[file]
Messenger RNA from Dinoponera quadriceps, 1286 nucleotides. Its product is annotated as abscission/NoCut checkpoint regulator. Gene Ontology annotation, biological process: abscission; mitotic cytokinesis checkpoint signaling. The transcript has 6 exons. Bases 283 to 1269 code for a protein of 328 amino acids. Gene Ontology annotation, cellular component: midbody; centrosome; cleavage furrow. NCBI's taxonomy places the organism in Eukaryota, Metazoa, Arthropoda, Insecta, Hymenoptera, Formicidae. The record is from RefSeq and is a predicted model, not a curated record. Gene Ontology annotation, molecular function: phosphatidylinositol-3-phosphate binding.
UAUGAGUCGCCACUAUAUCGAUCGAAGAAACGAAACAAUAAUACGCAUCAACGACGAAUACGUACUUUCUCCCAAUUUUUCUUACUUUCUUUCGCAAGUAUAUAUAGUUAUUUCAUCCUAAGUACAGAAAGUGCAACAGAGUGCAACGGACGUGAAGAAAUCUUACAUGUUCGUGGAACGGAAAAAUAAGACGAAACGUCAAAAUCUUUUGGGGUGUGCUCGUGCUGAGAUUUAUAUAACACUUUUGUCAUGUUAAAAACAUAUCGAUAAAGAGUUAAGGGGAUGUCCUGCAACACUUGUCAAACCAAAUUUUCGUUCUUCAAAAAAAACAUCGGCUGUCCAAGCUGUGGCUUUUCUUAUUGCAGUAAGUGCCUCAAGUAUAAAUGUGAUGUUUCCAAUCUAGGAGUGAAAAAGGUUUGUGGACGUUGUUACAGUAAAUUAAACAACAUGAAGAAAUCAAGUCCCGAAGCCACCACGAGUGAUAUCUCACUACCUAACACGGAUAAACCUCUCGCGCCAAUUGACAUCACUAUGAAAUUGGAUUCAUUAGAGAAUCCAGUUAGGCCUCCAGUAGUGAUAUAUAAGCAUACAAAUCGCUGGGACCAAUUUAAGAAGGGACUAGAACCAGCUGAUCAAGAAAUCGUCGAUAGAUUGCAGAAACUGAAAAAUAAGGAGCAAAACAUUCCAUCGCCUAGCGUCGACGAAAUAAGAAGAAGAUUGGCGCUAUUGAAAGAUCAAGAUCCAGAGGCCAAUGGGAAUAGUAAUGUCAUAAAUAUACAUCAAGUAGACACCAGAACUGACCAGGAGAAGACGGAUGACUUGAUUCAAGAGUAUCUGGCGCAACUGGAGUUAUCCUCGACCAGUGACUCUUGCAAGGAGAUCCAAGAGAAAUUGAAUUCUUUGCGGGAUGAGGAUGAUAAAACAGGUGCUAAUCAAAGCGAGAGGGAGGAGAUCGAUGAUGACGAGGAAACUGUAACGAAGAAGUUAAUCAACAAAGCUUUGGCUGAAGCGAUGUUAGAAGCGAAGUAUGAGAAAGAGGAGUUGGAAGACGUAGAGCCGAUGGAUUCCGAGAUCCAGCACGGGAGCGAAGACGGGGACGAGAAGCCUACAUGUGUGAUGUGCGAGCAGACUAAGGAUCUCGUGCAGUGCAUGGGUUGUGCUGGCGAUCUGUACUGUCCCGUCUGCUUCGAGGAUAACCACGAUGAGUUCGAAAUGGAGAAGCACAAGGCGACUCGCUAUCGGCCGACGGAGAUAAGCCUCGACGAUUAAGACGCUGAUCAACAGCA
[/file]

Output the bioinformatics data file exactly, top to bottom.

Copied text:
Messenger RNA from Dinoponera quadriceps, 1286 nucleotides. Its product is annotated as abscission/NoCut checkpoint regulator. Gene Ontology annotation, biological process: abscission; mitotic cytokinesis checkpoint signaling. The transcript has 6 exons. Bases 283 to 1269 code for a protein of 328 amino acids. Gene Ontology annotation, cellular component: midbody; centrosome; cleavage furrow. NCBI's taxonomy places the organism in Eukaryota, Metazoa, Arthropoda, Insecta, Hymenoptera, Formicidae. The record is from RefSeq and is a predicted model, not a curated record. Gene Ontology annotation, molecular function: phosphatidylinositol-3-phosphate binding.
UAUGAGUCGCCACUAUAUCGAUCGAAGAAACGAAACAAUAAUACGCAUCAACGACGAAUACGUACUUUCUCCCAAUUUUUCUUACUUUCUUUCGCAAGUAUAUAUAGUUAUUUCAUCCUAAGUACAGAAAGUGCAACAGAGUGCAACGGACGUGAAGAAAUCUUACAUGUUCGUGGAACGGAAAAAUAAGACGAAACGUCAAAAUCUUUUGGGGUGUGCUCGUGCUGAGAUUUAUAUAACACUUUUGUCAUGUUAAAAACAUAUCGAUAAAGAGUUAAGGGGAUGUCCUGCAACACUUGUCAAACCAAAUUUUCGUUCUUCAAAAAAAACAUCGGCUGUCCAAGCUGUGGCUUUUCUUAUUGCAGUAAGUGCCUCAAGUAUAAAUGUGAUGUUUCCAAUCUAGGAGUGAAAAAGGUUUGUGGACGUUGUUACAGUAAAUUAAACAACAUGAAGAAAUCAAGUCCCGAAGCCACCACGAGUGAUAUCUCACUACCUAACACGGAUAAACCUCUCGCGCCAAUUGACAUCACUAUGAAAUUGGAUUCAUUAGAGAAUCCAGUUAGGCCUCCAGUAGUGAUAUAUAAGCAUACAAAUCGCUGGGACCAAUUUAAGAAGGGACUAGAACCAGCUGAUCAAGAAAUCGUCGAUAGAUUGCAGAAACUGAAAAAUAAGGAGCAAAACAUUCCAUCGCCUAGCGUCGACGAAAUAAGAAGAAGAUUGGCGCUAUUGAAAGAUCAAGAUCCAGAGGCCAAUGGGAAUAGUAAUGUCAUAAAUAUACAUCAAGUAGACACCAGAACUGACCAGGAGAAGACGGAUGACUUGAUUCAAGAGUAUCUGGCGCAACUGGAGUUAUCCUCGACCAGUGACUCUUGCAAGGAGAUCCAAGAGAAAUUGAAUUCUUUGCGGGAUGAGGAUGAUAAAACAGGUGCUAAUCAAAGCGAGAGGGAGGAGAUCGAUGAUGACGAGGAAACUGUAACGAAGAAGUUAAUCAACAAAGCUUUGGCUGAAGCGAUGUUAGAAGCGAAGUAUGAGAAAGAGGAGUUGGAAGACGUAGAGCCGAUGGAUUCCGAGAUCCAGCACGGGAGCGAAGACGGGGACGAGAAGCCUACAUGUGUGAUGUGCGAGCAGACUAAGGAUCUCGUGCAGUGCAUGGGUUGUGCUGGCGAUCUGUACUGUCCCGUCUGCUUCGAGGAUAACCACGAUGAGUUCGAAAUGGAGAAGCACAAGGCGACUCGCUAUCGGCCGACGGAGAUAAGCCUCGACGAUUAAGACGCUGAUCAACAGCA